Beating the Yanks at the Americana game - if only the lyrics stayed closer to home
Serious question: when did indie music get so beardy? We’re not talking about indie in the blog-reading, leather-patch sense, either. Beardiness stalks young Britain too. It’s not just our cover stars [a]Mumford And Sons[/a] who play to ecstatic crowds of meowed up teens. [a]Laura Marling[/a] and [a]Noah And The Whale[/a] have a following so devoted it borders on the hysterical. And now here’s [b]Goldheart Assembly[/b], another youthful squadron of Londoners who record in a Norfolk steam-train museum (your quirk siren should be ringing) and sport cardigans, waistcoats and facial hair with impunity.
Since Noah broke big in 2007, indie-folk has gone overground in a way no-one could have predicted. Banks and mobile phone companies use folk in ads to lend their brands a sense of pigeon-toed, warm, fuzzy informality. TV producers are in on the act too: a recent episode of [i]Skins[/i] climaxed with JJ serenading his girlfriend with a ukulele. In 2010, it seems, if you want to convey youth and modernity, you use acoustic music on the soundtrack.
All of which works in [b]Goldheart Assembly[/b]’s favour. If they’d emerged in less auspicious times, there’d be a danger they’d be overlooked, since their speciality – that weird oxymoron, British Americana – calls to mind a slew of underwhelming late ’90s/early ’00s bands: disheveled, twangy-voiced crooners who always seemed to have gold in their name ([b]Lowgold[/b], [b]Goldrush[/b], etc), received rabidly positive reviews and sold about 28 records each. It might seem a subtle distinction, but it matters. Are [b]Goldheart Assembly[/b] to be the British [b]Fleet Foxes[/b]? Or just the new [b]Turin Brakes[/b]?
The answer, it turns out, is neither. There’s nothing insular or heads-down about this album, no stale whiff of the log cabin about it. Opener [b]‘King Of Rome’[/b] is bracingly direct. It functions as a rousing showcase of the band’s astonishingly rich, precise vocal harmonies. Singers to a man, the sextet do a neat line in stately West Coast jangle, all weeping open chords and silvery embellishments. It means their debut album is big on the communally benevolent mood that, when experienced live, transforms a lager-scented tavern like The Dublin Castle into a palm tree-strewn stretch of Laurel Canyon, if only for a brief second.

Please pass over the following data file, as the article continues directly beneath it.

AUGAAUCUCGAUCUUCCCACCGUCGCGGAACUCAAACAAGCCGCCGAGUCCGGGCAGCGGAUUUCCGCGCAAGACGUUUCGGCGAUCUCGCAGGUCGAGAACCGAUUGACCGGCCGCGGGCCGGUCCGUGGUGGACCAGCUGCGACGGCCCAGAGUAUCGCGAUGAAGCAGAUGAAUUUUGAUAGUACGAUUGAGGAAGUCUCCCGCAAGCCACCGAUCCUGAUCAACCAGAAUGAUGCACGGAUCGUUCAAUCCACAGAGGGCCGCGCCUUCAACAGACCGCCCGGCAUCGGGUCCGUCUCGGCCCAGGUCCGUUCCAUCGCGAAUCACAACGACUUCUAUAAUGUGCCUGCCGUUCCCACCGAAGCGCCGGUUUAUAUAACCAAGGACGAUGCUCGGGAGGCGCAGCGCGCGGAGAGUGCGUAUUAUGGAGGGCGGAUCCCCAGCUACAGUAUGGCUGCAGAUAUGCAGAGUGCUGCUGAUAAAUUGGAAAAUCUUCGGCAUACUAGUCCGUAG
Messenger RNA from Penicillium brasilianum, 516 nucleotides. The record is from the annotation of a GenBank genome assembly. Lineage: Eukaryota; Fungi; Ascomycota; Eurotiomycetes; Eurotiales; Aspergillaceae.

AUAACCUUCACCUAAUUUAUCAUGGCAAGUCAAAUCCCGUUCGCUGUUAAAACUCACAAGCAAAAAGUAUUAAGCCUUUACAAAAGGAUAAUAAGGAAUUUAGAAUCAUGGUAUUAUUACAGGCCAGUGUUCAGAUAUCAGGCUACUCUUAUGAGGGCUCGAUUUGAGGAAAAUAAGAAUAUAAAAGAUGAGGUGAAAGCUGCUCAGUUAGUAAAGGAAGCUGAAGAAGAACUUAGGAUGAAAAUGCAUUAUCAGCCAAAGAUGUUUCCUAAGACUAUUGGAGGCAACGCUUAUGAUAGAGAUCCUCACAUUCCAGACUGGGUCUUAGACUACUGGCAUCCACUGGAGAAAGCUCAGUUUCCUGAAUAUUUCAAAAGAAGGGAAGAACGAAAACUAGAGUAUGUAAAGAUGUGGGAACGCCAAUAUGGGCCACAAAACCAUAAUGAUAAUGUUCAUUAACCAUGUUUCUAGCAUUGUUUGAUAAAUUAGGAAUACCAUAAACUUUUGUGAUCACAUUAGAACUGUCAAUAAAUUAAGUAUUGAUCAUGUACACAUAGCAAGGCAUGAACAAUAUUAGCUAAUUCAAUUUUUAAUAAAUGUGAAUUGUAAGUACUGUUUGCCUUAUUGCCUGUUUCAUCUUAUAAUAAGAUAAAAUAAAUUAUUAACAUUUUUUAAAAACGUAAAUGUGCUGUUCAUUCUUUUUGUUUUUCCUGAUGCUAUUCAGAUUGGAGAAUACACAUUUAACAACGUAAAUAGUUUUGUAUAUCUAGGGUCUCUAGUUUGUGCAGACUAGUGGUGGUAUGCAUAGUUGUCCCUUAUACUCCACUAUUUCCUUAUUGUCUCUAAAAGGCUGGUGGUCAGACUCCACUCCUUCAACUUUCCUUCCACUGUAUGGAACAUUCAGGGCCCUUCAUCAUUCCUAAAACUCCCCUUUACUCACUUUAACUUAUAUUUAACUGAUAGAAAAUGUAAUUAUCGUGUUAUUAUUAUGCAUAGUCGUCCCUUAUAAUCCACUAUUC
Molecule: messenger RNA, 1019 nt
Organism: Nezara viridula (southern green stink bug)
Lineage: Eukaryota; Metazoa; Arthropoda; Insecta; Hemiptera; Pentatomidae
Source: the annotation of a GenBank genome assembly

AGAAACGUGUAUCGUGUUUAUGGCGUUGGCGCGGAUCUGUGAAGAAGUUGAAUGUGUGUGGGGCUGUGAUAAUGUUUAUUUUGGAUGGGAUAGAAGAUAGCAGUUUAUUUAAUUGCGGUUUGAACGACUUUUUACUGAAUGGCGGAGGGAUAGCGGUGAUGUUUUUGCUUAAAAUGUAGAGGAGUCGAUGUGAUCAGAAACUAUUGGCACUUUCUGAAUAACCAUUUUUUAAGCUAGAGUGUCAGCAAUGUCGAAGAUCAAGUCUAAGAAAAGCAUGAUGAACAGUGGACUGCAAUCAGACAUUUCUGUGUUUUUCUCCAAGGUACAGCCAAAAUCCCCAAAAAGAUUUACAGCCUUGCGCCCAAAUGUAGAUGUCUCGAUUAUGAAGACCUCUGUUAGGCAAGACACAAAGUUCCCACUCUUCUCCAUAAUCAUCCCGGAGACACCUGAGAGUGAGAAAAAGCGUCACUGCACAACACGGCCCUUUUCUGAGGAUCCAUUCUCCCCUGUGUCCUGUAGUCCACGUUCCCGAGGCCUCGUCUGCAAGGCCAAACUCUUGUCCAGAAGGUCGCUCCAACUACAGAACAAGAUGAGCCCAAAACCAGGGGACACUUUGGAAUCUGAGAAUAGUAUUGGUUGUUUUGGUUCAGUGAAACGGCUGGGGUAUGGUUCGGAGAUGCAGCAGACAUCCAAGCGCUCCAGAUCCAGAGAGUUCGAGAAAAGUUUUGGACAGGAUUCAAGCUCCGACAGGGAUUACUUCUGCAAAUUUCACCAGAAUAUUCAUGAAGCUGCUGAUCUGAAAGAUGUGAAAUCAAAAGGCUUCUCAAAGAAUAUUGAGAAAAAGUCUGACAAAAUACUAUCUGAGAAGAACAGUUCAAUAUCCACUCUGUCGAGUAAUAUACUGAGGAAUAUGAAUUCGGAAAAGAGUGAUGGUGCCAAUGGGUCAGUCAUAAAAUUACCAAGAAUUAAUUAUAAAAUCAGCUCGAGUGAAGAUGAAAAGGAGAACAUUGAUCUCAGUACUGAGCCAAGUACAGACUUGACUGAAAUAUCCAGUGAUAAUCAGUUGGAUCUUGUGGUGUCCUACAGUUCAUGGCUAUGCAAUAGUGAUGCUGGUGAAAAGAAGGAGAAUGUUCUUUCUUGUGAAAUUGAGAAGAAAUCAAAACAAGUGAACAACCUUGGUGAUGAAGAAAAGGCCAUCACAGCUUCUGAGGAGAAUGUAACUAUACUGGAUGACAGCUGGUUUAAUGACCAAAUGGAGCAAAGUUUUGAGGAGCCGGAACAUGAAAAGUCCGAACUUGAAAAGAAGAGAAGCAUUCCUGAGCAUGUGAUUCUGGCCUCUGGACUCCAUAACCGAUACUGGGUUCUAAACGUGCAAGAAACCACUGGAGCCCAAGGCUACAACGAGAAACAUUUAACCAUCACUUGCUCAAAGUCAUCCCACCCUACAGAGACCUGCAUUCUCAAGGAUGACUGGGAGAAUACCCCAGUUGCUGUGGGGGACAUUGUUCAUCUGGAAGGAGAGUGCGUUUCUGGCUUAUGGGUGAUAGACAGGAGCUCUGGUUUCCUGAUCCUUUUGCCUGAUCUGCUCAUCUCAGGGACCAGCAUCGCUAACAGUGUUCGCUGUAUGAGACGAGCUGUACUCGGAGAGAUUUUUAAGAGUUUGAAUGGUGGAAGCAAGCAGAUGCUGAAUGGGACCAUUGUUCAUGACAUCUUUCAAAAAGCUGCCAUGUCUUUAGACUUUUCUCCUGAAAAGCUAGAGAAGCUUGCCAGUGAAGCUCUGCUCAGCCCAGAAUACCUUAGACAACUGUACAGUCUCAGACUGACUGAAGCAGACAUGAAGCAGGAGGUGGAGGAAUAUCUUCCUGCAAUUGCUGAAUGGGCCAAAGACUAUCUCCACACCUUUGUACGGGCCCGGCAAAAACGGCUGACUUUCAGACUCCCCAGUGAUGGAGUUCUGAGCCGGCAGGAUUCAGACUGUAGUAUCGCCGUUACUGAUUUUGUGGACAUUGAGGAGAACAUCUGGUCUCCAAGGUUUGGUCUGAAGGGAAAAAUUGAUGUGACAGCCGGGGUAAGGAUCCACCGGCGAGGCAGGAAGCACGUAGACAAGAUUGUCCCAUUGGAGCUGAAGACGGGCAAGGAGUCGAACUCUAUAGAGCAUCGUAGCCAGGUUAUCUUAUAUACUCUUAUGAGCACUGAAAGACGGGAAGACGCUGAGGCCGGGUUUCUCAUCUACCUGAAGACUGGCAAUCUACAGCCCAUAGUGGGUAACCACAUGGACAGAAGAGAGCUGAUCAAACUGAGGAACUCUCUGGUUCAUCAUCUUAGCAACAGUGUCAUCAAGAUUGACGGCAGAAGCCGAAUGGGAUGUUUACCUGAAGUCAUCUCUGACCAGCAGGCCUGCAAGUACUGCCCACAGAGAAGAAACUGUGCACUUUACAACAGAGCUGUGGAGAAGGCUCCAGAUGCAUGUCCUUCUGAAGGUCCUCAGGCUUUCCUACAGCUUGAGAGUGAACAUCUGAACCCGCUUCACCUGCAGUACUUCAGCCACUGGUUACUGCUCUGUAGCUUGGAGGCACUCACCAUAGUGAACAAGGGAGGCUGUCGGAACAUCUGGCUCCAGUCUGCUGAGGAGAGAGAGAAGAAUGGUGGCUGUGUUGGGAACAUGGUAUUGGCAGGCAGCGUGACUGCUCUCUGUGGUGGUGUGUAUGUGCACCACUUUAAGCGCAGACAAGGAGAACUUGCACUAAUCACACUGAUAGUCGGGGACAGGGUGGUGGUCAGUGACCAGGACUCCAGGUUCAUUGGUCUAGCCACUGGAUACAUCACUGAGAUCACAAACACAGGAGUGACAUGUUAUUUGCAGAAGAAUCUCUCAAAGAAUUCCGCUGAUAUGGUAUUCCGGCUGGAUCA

There are some crafty sonic surprises, too: on [b]‘Jesus Wheel’[/b], which gives way to an unexpected rumble of volcanic distortion , or [b]‘Reminder’[/b], a lopsided interlude that’s threaded through with reverberating lead guitar, before collapsing into eerie, disembodied laughter. [b]Turin Brakes[/b] never did anything like this.
So why are we giving the album a seven, not an eight? It’s because of John Herbert’s and James Dale’s lyrics. There’s a weird resignation, a puzzling lack of passion. On [b]‘Carnival 4 (The Carrying Song)’[/b], he refers to a nameless “load”, repeating the line, [i]“If you weigh me down, you might just wear me down”[/i]. Similarly, on [b]‘Anvil’[/b] he sings, [i]“All new things are a burden to me”[/i].
What is this? Give it a rest! You’re not old enough to be grizzled. Moreover, it doesn’t quite square with the band’s onstage demeanour. Live, Goldheart are an explosion of energy and (unusual, this) actual smiles. So it’s strange to hear them singing in this world-weary, defeated mode. It doesn’t sound authentic. It feels forced.
Cry-in-your-beer lyrics are what Americana’s all about, but it’s possible to use genre conventions while still singing about your own life. [b]Goldheart Assembly[/b] have crafted an indecently lush-sounding debut, it’s just not about them. When they start writing in their own voice instead of clichés, they’ll be untouchable.
[i]What do you think of the album? Let us know by posting a comment below.[/i]
Click here to get your copy of Goldheart Assembly’s ‘Wolves And Thieves’ from the Rough Trade shop